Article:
The Intellectual Life of the British Working Classes Paperback
Now in its second edition, this landmark book provides an intellectual history of the British working classes from the preindustrial era to the twentieth century.
Drawing on workers' memoirs, social surveys, library registers, and more, Jonathan Rose discovers which books people read, how they educated themselves, and what they knew.
A new preface uncovers the author's journey into labor history, and its rewarding link to intellectual history.
- Format: Paperback
- Pages: 544 pages, Illustrations
- Publisher: Yale University Press
- Publication Date: 16/04/2010
- Category: Social & cultural history
- ISBN: 9780300153651
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Review by jimsnopes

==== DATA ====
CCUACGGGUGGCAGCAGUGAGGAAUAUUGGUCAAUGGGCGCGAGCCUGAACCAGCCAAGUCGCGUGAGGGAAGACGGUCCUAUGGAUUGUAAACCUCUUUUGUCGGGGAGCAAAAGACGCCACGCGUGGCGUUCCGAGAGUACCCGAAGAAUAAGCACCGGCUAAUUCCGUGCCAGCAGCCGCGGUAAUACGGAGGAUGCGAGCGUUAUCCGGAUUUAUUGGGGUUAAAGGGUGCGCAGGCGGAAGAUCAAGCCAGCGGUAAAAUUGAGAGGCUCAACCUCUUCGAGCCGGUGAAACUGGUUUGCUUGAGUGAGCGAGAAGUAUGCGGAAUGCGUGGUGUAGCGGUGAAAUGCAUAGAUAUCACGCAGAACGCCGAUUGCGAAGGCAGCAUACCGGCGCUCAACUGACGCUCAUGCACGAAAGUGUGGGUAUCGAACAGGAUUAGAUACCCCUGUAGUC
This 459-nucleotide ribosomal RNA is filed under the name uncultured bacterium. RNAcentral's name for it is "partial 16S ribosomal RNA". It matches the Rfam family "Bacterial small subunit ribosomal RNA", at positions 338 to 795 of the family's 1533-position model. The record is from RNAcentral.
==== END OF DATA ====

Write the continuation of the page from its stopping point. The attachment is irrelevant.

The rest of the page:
This book is written with a consistent lilt and heft that complement each other so well; I am enjoying it as much as any other I have ever come across. It is a model of how to write a thoroughly engaging study of a serious subject. Professor Rose set out “to enter the minds of ordinary readers in history, to discover what they read and how they read it”. That label “ordinary” is just the author’s shorthand in his preface and the work that follows shows his deep respect for the many people from a wide variety of working-class backgrounds whose autobiographical material contributes so much to the overall picture. The subject is covered through a vast and always relevant body of research, generating a Notes section of 53 and a comprehensive Index of names and institutions of 16 of the 543 pages.Chapter headings like ‘Cultural Literacy in the Classic Slum’ and ‘What was Leonard Bast Really Like?’ are a delight in themselves, together with paragraphs that begin with seductive observations such as, “Radical politics were not incompatible with strict sexual puritanism.” or, “We must therefore break the habit of treating high culture and popular culture as two distinct categories with mutually exclusive audiences.”. If anything in the title is of interest, this book will be a guaranteed “good read”.